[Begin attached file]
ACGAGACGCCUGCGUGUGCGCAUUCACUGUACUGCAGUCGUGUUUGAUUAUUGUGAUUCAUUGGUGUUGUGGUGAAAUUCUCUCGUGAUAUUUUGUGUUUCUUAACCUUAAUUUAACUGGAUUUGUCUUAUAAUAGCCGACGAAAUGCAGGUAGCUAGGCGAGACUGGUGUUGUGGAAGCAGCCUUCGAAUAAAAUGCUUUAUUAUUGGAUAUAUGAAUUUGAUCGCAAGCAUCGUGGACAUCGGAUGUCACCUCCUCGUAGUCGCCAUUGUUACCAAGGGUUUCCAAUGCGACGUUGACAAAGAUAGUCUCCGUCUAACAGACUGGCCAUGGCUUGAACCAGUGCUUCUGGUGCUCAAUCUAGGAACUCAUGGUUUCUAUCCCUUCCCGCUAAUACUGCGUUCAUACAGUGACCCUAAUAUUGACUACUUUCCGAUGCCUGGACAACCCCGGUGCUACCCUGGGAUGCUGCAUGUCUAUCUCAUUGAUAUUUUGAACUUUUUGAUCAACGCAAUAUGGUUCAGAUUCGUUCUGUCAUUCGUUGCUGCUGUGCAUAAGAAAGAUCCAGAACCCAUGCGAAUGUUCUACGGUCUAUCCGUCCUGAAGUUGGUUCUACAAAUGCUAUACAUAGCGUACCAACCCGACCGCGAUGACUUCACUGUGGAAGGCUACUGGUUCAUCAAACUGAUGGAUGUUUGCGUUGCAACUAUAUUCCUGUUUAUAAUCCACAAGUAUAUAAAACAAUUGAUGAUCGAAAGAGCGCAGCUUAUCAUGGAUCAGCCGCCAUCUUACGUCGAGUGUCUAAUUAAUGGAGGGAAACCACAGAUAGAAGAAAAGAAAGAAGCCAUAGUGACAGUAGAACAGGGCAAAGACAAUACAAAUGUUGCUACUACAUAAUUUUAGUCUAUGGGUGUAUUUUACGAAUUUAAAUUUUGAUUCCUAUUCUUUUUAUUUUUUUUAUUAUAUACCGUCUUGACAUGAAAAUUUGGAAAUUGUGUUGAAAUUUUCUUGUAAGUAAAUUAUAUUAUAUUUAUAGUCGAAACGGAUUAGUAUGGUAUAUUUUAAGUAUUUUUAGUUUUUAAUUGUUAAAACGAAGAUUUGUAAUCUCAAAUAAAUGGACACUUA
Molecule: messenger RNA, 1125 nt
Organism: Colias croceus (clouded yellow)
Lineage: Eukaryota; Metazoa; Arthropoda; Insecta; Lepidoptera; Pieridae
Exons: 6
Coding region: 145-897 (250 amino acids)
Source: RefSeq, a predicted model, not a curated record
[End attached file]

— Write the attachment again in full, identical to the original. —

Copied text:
ACGAGACGCCUGCGUGUGCGCAUUCACUGUACUGCAGUCGUGUUUGAUUAUUGUGAUUCAUUGGUGUUGUGGUGAAAUUCUCUCGUGAUAUUUUGUGUUUCUUAACCUUAAUUUAACUGGAUUUGUCUUAUAAUAGCCGACGAAAUGCAGGUAGCUAGGCGAGACUGGUGUUGUGGAAGCAGCCUUCGAAUAAAAUGCUUUAUUAUUGGAUAUAUGAAUUUGAUCGCAAGCAUCGUGGACAUCGGAUGUCACCUCCUCGUAGUCGCCAUUGUUACCAAGGGUUUCCAAUGCGACGUUGACAAAGAUAGUCUCCGUCUAACAGACUGGCCAUGGCUUGAACCAGUGCUUCUGGUGCUCAAUCUAGGAACUCAUGGUUUCUAUCCCUUCCCGCUAAUACUGCGUUCAUACAGUGACCCUAAUAUUGACUACUUUCCGAUGCCUGGACAACCCCGGUGCUACCCUGGGAUGCUGCAUGUCUAUCUCAUUGAUAUUUUGAACUUUUUGAUCAACGCAAUAUGGUUCAGAUUCGUUCUGUCAUUCGUUGCUGCUGUGCAUAAGAAAGAUCCAGAACCCAUGCGAAUGUUCUACGGUCUAUCCGUCCUGAAGUUGGUUCUACAAAUGCUAUACAUAGCGUACCAACCCGACCGCGAUGACUUCACUGUGGAAGGCUACUGGUUCAUCAAACUGAUGGAUGUUUGCGUUGCAACUAUAUUCCUGUUUAUAAUCCACAAGUAUAUAAAACAAUUGAUGAUCGAAAGAGCGCAGCUUAUCAUGGAUCAGCCGCCAUCUUACGUCGAGUGUCUAAUUAAUGGAGGGAAACCACAGAUAGAAGAAAAGAAAGAAGCCAUAGUGACAGUAGAACAGGGCAAAGACAAUACAAAUGUUGCUACUACAUAAUUUUAGUCUAUGGGUGUAUUUUACGAAUUUAAAUUUUGAUUCCUAUUCUUUUUAUUUUUUUUAUUAUAUACCGUCUUGACAUGAAAAUUUGGAAAUUGUGUUGAAAUUUUCUUGUAAGUAAAUUAUAUUAUAUUUAUAGUCGAAACGGAUUAGUAUGGUAUAUUUUAAGUAUUUUUAGUUUUUAAUUGUUAAAACGAAGAUUUGUAAUCUCAAAUAAAUGGACACUUA
Molecule: messenger RNA, 1125 nt
Organism: Colias croceus (clouded yellow)
Lineage: Eukaryota; Metazoa; Arthropoda; Insecta; Lepidoptera; Pieridae
Exons: 6
Coding region: 145-897 (250 amino acids)
Source: RefSeq, a predicted model, not a curated record